Each year our poison control experts see a rise in cases around February 14th, many involving chocolates and lilies, a flower that’s potentially fatal to cats. So please don’t leave the goodies lying around on Lover’s Day.
Pet-Safe Bouquets – Many pet owners are still unaware that all species of lilies are potentially fatal to cats. When sending a floral arrangement, specify that it contains no lilies if the recipient has a cat and when receiving an arrangement, sift through and remove all dangerous flora. If your pet is suffering from symptoms such as stomach upset, vomiting or diarrhea, he may have ingested an offending flower or plant.
Forbidden Chocolate – Seasoned pet lovers know the potentially life-threatening dangers of chocolate, including baker’s, semi-sweet, milk and dark. In darker chocolates, methylxanthines, caffeine-like stimulants that affect gastrointestinal, neurologic and cardiac functions can cause vomiting/diarrhea, hyperactivity, seizures and an abnormally elevated heart rate. Go ahead and indulge, but don’t leave the chocolate out for chow hounds to find.
Careful with Cocktails – Spilled wine, half a glass of champagne, some leftover liquor are nothing to cry over until a curious pet laps them up.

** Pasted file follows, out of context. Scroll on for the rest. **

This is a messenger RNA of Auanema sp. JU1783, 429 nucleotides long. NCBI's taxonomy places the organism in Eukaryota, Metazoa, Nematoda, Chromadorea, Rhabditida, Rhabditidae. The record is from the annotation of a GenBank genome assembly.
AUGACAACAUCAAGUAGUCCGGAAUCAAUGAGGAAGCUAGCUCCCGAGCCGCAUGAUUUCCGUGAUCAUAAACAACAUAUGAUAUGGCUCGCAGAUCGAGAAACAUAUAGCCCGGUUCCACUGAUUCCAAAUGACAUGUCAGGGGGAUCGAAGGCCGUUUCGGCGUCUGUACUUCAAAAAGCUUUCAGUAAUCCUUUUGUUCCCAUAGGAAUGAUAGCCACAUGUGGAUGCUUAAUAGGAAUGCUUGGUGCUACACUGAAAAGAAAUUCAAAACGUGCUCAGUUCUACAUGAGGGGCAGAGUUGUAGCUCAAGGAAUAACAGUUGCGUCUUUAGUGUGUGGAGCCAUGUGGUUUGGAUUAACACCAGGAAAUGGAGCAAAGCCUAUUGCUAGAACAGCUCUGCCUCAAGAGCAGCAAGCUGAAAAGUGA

Because animals are often smaller than humans, a little bit of alcohol can do a lot of harm, cause vomiting, diarrhea, lack of coordination, central nervous system depression, tremor, difficult breathing, metabolic disturbances and even coma. Potentially fatal respiratory failure can also occur if a large enough amount is ingested.
Life is Sweet – So don’t let pets near treats sweetened with xylitol. If ingested, gum, candy and other treats that include this sweetener can cause a sudden drop in blood sugar know as hypoglycemia. This can cause your pet to suffer depression, loss of coordination and seizures.
Every Rose Has Its Thorn – Don’t let pets near roses or other thorny stemmed flowers. Bitting, stepping on or swallowing their sharp, woody spines can cause serious infection if a puncture occurs.
Playing With Fire – It’s nice to set your evening a-glow with candlelight, but put out the fire when you leave the room. Pawing kittens and nosy pooches can burn themselves or cause a fire by knocking over unattended candles.
Wrap It Up – Gather up tape, ribbons, bows, wrapping paper, cellophane and balloons after presents have been opened. If swallowed, these long, stringy and “fun-to-chew” items can get lodged in your pet’s throat or digestive tract, causing her to choke or vomit.
The Furry Gift Of Life? – Giving a cuddly puppy or kitten may seem a fitting Valentine’s Day gift; however, returning a pet you hadn’t planned on is anything but romantic. Companion animals bring with them a lifelong commitment, and choosing a pet for someone else doesn’t always turn out right. Let your loved one choose their own pet with a gift certificate to adopt from a rescue organization or take a romantic trip to the shelter together.